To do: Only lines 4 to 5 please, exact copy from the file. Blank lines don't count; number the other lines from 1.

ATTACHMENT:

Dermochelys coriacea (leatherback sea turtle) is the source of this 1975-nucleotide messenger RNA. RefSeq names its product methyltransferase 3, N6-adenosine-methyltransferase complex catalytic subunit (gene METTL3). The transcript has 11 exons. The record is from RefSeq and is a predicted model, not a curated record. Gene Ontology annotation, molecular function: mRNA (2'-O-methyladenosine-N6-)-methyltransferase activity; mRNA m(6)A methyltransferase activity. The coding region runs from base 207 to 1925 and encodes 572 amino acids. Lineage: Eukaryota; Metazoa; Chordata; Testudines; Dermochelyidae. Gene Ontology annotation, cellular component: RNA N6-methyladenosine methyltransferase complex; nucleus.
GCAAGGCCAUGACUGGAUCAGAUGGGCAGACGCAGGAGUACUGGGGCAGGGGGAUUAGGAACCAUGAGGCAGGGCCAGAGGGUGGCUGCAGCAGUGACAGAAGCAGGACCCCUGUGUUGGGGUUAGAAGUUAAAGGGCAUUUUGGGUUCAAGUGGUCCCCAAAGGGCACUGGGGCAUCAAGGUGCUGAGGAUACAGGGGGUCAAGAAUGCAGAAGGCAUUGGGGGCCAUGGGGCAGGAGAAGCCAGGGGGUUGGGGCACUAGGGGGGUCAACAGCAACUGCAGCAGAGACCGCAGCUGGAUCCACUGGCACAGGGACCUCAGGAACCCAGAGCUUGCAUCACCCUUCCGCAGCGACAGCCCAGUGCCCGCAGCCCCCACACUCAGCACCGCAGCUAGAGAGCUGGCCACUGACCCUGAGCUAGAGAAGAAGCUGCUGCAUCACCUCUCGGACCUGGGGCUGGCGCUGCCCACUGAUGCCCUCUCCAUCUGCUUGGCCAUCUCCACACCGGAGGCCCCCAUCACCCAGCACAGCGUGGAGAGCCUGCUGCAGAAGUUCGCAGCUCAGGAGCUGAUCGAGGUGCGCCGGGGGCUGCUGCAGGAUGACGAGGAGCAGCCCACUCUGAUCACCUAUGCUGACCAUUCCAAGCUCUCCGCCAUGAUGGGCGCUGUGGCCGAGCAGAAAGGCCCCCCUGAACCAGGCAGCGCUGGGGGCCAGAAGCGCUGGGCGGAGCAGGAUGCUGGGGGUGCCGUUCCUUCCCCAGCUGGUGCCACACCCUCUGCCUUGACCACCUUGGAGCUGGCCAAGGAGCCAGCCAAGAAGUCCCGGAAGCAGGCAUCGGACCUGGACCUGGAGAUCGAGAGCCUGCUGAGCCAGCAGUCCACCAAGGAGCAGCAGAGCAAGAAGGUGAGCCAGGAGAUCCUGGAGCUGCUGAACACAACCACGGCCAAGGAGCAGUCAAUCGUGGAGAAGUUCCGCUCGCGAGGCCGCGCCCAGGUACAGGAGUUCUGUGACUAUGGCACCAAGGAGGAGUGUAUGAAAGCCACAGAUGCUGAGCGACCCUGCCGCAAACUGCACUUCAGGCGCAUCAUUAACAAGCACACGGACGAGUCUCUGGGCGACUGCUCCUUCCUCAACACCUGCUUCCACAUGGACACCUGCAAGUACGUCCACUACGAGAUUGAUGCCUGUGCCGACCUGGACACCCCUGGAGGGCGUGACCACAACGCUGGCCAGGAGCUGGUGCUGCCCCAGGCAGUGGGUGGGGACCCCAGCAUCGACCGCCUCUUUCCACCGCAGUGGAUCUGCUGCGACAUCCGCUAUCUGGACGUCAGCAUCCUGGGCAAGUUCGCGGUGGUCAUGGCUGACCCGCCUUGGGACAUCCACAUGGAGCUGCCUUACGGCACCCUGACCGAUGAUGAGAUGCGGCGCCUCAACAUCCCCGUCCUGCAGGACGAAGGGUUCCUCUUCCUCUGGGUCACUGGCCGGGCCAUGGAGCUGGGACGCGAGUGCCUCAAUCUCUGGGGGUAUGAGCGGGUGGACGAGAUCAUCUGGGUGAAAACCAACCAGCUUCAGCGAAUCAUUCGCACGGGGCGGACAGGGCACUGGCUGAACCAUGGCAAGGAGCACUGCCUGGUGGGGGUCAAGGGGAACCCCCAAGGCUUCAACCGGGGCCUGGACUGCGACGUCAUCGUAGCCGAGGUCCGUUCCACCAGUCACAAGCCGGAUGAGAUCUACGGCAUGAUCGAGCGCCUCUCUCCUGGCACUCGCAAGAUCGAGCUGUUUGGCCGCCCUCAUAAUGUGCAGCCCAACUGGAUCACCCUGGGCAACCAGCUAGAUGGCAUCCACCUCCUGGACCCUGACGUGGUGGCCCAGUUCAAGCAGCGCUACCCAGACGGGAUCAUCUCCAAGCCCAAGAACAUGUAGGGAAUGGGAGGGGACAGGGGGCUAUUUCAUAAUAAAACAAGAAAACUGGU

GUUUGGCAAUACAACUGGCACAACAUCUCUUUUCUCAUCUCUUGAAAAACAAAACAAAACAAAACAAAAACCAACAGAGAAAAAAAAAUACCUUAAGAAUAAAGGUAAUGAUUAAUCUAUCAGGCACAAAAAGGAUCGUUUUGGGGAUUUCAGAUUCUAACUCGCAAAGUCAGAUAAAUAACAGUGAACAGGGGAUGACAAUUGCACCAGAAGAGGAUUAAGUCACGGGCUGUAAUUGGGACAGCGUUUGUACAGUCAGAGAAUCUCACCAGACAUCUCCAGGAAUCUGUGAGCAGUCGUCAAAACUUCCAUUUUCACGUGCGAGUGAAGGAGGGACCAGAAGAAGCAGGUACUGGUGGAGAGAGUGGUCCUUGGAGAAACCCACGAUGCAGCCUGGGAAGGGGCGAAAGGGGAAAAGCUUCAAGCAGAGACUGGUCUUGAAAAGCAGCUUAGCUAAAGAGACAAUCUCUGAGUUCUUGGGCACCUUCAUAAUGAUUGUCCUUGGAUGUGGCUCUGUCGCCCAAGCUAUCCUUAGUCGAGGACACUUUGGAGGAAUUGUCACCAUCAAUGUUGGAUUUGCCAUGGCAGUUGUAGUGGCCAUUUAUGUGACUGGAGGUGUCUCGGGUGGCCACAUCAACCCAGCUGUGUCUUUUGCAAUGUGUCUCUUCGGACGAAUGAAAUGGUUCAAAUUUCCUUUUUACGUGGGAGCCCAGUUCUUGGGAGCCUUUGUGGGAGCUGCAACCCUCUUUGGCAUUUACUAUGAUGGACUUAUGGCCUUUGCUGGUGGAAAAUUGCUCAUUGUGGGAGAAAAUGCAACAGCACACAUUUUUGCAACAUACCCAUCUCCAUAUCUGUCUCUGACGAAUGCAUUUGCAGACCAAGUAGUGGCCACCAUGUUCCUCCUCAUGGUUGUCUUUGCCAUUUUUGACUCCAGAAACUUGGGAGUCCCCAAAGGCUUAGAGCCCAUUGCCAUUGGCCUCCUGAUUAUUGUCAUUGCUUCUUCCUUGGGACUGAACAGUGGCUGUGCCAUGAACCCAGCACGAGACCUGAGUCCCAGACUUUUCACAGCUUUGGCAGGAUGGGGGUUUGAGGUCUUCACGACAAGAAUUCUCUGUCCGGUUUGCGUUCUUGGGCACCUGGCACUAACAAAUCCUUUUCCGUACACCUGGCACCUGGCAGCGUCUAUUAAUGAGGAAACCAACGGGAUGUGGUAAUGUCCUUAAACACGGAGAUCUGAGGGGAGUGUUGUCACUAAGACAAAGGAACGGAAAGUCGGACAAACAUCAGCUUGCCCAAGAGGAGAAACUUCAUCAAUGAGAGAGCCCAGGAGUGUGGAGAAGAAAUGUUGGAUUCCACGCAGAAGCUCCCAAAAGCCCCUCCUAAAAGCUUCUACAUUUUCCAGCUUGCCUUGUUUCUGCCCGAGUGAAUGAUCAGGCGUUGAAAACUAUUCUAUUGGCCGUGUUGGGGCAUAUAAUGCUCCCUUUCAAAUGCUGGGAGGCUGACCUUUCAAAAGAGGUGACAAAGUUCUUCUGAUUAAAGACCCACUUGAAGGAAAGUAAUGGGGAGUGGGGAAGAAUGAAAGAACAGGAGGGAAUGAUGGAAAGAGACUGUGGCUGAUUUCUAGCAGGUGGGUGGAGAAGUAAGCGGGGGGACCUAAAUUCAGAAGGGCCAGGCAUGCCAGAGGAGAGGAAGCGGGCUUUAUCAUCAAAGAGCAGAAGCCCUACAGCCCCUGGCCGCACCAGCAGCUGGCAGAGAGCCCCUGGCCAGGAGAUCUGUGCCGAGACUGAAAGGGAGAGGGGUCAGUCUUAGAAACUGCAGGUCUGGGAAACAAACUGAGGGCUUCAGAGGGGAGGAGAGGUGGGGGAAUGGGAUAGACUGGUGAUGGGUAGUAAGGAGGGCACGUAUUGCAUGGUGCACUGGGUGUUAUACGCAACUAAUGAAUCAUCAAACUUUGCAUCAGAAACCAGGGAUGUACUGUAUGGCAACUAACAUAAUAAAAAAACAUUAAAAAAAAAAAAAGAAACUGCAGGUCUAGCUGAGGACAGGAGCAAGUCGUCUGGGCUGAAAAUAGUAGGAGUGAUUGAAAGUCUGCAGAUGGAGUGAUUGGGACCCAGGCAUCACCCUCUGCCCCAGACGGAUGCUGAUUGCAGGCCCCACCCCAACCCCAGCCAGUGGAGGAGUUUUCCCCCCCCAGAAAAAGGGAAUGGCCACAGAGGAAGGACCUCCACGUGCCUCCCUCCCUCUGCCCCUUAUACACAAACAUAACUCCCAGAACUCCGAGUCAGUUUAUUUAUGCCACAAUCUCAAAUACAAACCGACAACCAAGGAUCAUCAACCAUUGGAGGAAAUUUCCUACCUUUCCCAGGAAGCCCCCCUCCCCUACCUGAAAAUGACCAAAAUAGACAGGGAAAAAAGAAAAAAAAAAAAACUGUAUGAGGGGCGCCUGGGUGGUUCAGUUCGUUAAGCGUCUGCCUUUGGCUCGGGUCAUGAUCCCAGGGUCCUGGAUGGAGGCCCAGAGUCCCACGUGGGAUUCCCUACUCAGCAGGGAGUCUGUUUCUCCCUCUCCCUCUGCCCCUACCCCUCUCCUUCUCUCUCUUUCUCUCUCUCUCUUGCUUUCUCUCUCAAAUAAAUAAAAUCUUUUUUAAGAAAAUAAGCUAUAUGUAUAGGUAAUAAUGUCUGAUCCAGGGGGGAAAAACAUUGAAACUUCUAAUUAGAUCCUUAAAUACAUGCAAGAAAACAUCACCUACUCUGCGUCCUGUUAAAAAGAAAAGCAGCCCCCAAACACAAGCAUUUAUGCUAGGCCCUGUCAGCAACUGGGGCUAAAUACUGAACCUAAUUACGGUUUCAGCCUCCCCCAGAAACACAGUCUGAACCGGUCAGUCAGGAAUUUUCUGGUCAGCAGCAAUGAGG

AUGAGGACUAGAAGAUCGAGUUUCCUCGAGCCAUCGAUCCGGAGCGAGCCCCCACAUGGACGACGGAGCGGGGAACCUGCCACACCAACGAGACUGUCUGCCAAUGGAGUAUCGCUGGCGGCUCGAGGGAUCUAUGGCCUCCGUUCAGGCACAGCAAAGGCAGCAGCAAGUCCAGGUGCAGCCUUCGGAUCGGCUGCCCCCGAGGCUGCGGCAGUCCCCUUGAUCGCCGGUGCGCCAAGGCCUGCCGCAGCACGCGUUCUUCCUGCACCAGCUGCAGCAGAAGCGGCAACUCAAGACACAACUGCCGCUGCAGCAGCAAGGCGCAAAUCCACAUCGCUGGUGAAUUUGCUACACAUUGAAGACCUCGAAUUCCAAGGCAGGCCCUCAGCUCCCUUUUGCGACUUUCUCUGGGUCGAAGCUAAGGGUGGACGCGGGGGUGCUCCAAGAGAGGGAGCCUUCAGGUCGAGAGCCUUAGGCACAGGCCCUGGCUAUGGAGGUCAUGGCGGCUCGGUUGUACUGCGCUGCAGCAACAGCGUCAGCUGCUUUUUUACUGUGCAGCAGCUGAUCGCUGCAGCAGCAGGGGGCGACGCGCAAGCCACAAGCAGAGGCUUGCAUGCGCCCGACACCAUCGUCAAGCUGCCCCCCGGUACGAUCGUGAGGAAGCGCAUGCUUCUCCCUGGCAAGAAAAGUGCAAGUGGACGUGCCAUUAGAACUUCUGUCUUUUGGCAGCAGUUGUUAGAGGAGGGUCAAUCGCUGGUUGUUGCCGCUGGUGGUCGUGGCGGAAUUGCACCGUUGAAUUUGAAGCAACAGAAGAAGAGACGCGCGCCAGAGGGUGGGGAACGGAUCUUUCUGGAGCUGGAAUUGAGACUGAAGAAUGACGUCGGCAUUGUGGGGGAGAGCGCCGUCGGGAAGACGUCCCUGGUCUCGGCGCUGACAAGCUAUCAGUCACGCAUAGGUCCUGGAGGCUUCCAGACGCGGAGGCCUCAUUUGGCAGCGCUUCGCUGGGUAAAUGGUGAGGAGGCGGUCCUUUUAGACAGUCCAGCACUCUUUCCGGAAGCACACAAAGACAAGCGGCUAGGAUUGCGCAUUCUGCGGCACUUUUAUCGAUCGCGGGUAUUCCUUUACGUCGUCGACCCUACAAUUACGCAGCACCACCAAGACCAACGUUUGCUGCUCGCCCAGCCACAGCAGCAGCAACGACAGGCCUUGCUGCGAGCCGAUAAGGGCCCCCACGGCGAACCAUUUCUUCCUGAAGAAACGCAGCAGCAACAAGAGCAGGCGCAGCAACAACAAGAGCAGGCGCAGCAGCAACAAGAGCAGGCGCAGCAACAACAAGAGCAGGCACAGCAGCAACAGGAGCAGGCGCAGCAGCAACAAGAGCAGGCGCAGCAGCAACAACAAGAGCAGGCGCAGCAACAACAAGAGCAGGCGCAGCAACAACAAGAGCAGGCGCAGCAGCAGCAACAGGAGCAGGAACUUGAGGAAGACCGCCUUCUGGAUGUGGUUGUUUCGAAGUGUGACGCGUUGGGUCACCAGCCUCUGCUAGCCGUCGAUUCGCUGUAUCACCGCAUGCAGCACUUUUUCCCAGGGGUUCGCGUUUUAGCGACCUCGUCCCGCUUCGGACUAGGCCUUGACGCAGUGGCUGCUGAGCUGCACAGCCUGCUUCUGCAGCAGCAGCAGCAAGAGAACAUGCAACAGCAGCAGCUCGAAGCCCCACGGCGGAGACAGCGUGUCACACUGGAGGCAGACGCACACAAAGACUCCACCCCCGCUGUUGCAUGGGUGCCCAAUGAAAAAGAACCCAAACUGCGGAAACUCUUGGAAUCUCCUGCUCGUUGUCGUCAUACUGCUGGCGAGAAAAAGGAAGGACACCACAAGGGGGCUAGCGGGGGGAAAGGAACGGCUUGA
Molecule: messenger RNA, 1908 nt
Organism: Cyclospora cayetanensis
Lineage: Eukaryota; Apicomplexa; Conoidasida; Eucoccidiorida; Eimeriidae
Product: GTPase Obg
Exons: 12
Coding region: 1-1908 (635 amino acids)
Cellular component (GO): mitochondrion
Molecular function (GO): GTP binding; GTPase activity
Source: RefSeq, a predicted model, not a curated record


AUGAGGACUAGAAGAUCGAGUUUCCUCGAGCCAUCGAUCCGGAGCGAGCCCCCACAUGGACGACGGAGCGGGGAACCUGCCACACCAACGAGACUGUCUGCCAAUGGAGUAUCGCUGGCGGCUCGAGGGAUCUAUGGCCUCCGUUCAGGCACAGCAAAGGCAGCAGCAAGUCCAGGUGCAGCCUUCGGAUCGGCUGCCCCCGAGGCUGCGGCAGUCCCCUUGAUCGCCGGUGCGCCAAGGCCUGCCGCAGCACGCGUUCUUCCUGCACCAGCUGCAGCAGAAGCGGCAACUCAAGACACAACUGCCGCUGCAGCAGCAAGGCGCAAAUCCACAUCGCUGGUGAAUUUGCUACACAUUGAAGACCUCGAAUUCCAAGGCAGGCCCUCAGCUCCCUUUUGCGACUUUCUCUGGGUCGAAGCUAAGGGUGGACGCGGGGGUGCUCCAAGAGAGGGAGCCUUCAGGUCGAGAGCCUUAGGCACAGGCCCUGGCUAUGGAGGUCAUGGCGGCUCGGUUGUACUGCGCUGCAGCAACAGCGUCAGCUGCUUUUUUACUGUGCAGCAGCUGAUCGCUGCAGCAGCAGGGGGCGACGCGCAAGCCACAAGCAGAGGCUUGCAUGCGCCCGACACCAUCGUCAAGCUGCCCCCCGGUACGAUCGUGAGGAAGCGCAUGCUUCUCCCUGGCAAGAAAAGUGCAAGUGGACGUGCCAUUAGAACUUCUGUCUUUUGGCAGCAGUUGUUAGAGGAGGGUCAAUCGCUGGUUGUUGCCGCUGGUGGUCGUGGCGGAAUUGCACCGUUGAAUUUGAAGCAACAGAAGAAGAGACGCGCGCCAGAGGGUGGGGAACGGAUCUUUCUGGAGCUGGAAUUGAGACUGAAGAAUGACGUCGGCAUUGUGGGGGAGAGCGCCGUCGGGAAGACGUCCCUGGUCUCGGCGCUGACAAGCUAUCAGUCACGCAUAGGUCCUGGAGGCUUCCAGACGCGGAGGCCUCAUUUGGCAGCGCUUCGCUGGGUAAAUGGUGAGGAGGCGGUCCUUUUAGACAGUCCAGCACUCUUUCCGGAAGCACACAAAGACAAGCGGCUAGGAUUGCGCAUUCUGCGGCACUUUUAUCGAUCGCGGGUAUUCCUUUACGUCGUCGACCCUACAAUUACGCAGCACCACCAAGACCAACGUUUGCUGCUCGCCCAGCCACAGCAGCAGCAACGACAGGCCUUGCUGCGAGCCGAUAAGGGCCCCCACGGCGAACCAUUUCUUCCUGAAGAAACGCAGCAGCAACAAGAGCAGGCGCAGCAACAACAAGAGCAGGCGCAGCAGCAACAAGAGCAGGCGCAGCAACAACAAGAGCAGGCACAGCAGCAACAGGAGCAGGCGCAGCAGCAACAAGAGCAGGCGCAGCAGCAACAACAAGAGCAGGCGCAGCAACAACAAGAGCAGGCGCAGCAACAACAAGAGCAGGCGCAGCAGCAGCAACAGGAGCAGGAACUUGAGGAAGACCGCCUUCUGGAUGUGGUUGUUUCGAAGUGUGACGCGUUGGGUCACCAGCCUCUGCUAGCCGUCGAUUCGCUGUAUCACCGCAUGCAGCACUUUUUCCCAGGGGUUCGCGUUUUAGCGACCUCGUCCCGCUUCGGACUAGGCCUUGACGCAGUGGCUGCUGAGCUGCACAGCCUGCUUCUGCAGCAGCAGCAGCAAGAGAACAUGCAACAGCAGCAGCUCGAAGCCCCACGGCGGAGACAGCGUGUCACACUGGAGGCAGACGCACACAAAGACUCCACCCCCGCUGUUGCAUGGGUGCCCAAUGAAAAAGAACCCAAACUGCGGAAACUCUUGGAAUCUCCUGCUCGUUGUCGUCAUACUGCUGGCGAGAAAAAGGAAGGACACCACAAGGGGGCUAGCGGGGGGAAAGGAACGGCUUGA
Molecule: messenger RNA, 1908 nt